There is just over a year to go and I feel utterly despondent. Over the weekend, some called for it to be postponed and others said that would be a betrayal. The centre cannot hold, the best lack all conviction, while the worst are full of passionate intensity, as Yeats once said at a terrible time in the history of his nation.
When I bring the subject up with my friends, they shake their heads in dismay. A malaise descends over the political life of the nation and quite possibly contributes to our dismal rating of 19th happiest country in the world. Even the United States, with all its troubles, in 18th place is happier than us.
I believe that the country took a terrible wrong turn when it voted to leave the European Union in June 2016 but that is not the point. “Winning isn’t everything” Matt Busby said. “There should be no conceit in victory and no despair in defeat.” So why do I despair?
I just do not see how we can come out of the negotiations with Brussels with any satisfactory agreement, even less with any honour. The politicians in charge mouth platitudes. They dither, deny and contradict each other in a desperate way. No one seems to have any practical solutions or any political savvy to square all the conflicting factions involved. Many are boxed into corners.
The truth slipped out in the questions that followed Theresa May’s latest speech at the Mansion House. The Prime Minister had been placatory. She had accepted there must be compromises . Then a German reporter asked she still think it was all worthwhile. After a long pause and a grimace, Theresa said that the British people had voted and she would deliver. I take her answer as a ‘no’, don’t you?
It is ironic that we have a Prime Minister leading us out of of Europe who is, in her heart, a remainer and a Leader of the Opposition whose party is edging towards Europe against his better judgement.
Politicians dismiss each new opinion and deride each new piece of research, even if they have commissioned it themselves. There was never a worse time to be an expert or a lobbyist. The never ending drip feed of reports and research that are forgotten the next day is like a slow torture.
Both parties are divided. They are failing in their duty to propose and oppose, to debate and test the issue to exhaustion in parliament. The debate on a customs union has been postponed. The Labour party avoided debating Brexit at least year’s conference because it was too divisive. They all ought to be considering what is best for the nation rather than being bound by so called ‘will of the people’.
I bemoan the overwhelming failure of political leadership. Who is going to make a film like The Darkest Hour out of this mess? There are few precedents to draw on, precious little experience in the civil service and no political majority to force through a solution. Problems are parked or hidden behind ever more obtuse terminology like “full regulatory alignment”.. I cannot believe that such intelligent people can be performing so badly abd that someone cannot come up with a clever scheme for the Irish border.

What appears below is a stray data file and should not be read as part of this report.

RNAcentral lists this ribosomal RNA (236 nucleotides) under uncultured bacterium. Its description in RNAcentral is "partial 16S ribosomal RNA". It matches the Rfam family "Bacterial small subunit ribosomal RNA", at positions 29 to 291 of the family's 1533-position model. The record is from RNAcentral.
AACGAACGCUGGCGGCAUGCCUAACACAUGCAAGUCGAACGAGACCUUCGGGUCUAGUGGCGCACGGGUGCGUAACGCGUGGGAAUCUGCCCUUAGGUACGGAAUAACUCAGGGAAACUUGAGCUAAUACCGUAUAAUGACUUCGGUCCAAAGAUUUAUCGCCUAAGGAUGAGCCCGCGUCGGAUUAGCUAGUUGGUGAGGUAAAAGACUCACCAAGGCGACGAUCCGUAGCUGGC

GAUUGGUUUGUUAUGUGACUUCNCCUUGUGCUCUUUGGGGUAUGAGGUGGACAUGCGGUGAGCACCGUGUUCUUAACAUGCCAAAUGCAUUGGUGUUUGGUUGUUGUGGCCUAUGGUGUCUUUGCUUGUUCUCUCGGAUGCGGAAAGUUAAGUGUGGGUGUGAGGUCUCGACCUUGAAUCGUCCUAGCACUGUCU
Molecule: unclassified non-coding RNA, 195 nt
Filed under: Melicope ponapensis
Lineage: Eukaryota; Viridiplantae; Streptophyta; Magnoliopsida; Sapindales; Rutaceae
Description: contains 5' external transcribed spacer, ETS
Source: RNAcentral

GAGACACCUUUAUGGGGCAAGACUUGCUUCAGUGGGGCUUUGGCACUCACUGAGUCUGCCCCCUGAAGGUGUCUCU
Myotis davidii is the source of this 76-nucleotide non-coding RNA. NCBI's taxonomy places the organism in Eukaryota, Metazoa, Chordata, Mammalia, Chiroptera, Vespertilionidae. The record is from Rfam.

Neither do I see much sign of cross party cabals or popular protest movements emerging. Where is the march to support or the petition to sign? This is the greatest issue of our generation and we feel paralysed and unable to lift a finger of political activity. I have never felt so demoralised about national politics and have avoided the subject in this column for some months now.
In these dour times, it is too much to hope for moral leadership on other issues either. I admire Jeremy Corbyn’s measured response to the attempted assignation of Sergei and Yulia Skripal. He makes a better contribution that Gavin Williamson who tells the Russians to “go away” and “shut up”.
If I was Prime Minister, I would pull England out of the World Cup to be played in Russia this summer. The Mail and the Sun briefly touted this idea but Mrs May meekly says it is up to the governing bodies to decide. What a cop out. If we want to make an impact, we must do more than the traditional tit for tat dismissal of diplomats.
Neither, if I was Prime Minister, would I sell arms to the Saudis so that they can bomb the Yemenis. BAE Systems has acted in a corrupt and contemptible ways for years aided and abetted by royalty and ministers. It was poor judgement of those running the Great North Exhibition to approach them as a sponsor.
But defence is a major employer and politicians will not damage the economy. Neither will they put their own nest eggs at risk. Russian oligarchs donated almost £1m to the Conservative party last year. Amongst all unimportant subjects, football is by far the most important, so who would want to offend the fans on the terraces who will sooner or later head to the ballot box.
This government that will not offend anyone. As soon as there is the slightest criticism of the eminently sensible suggestion to withdraw copper coinage, the idea is dropped. If you cannot look after the pennies Prime Minister what chance of managing the pounds?
Published in Newcastle Jounral on 20th March 2018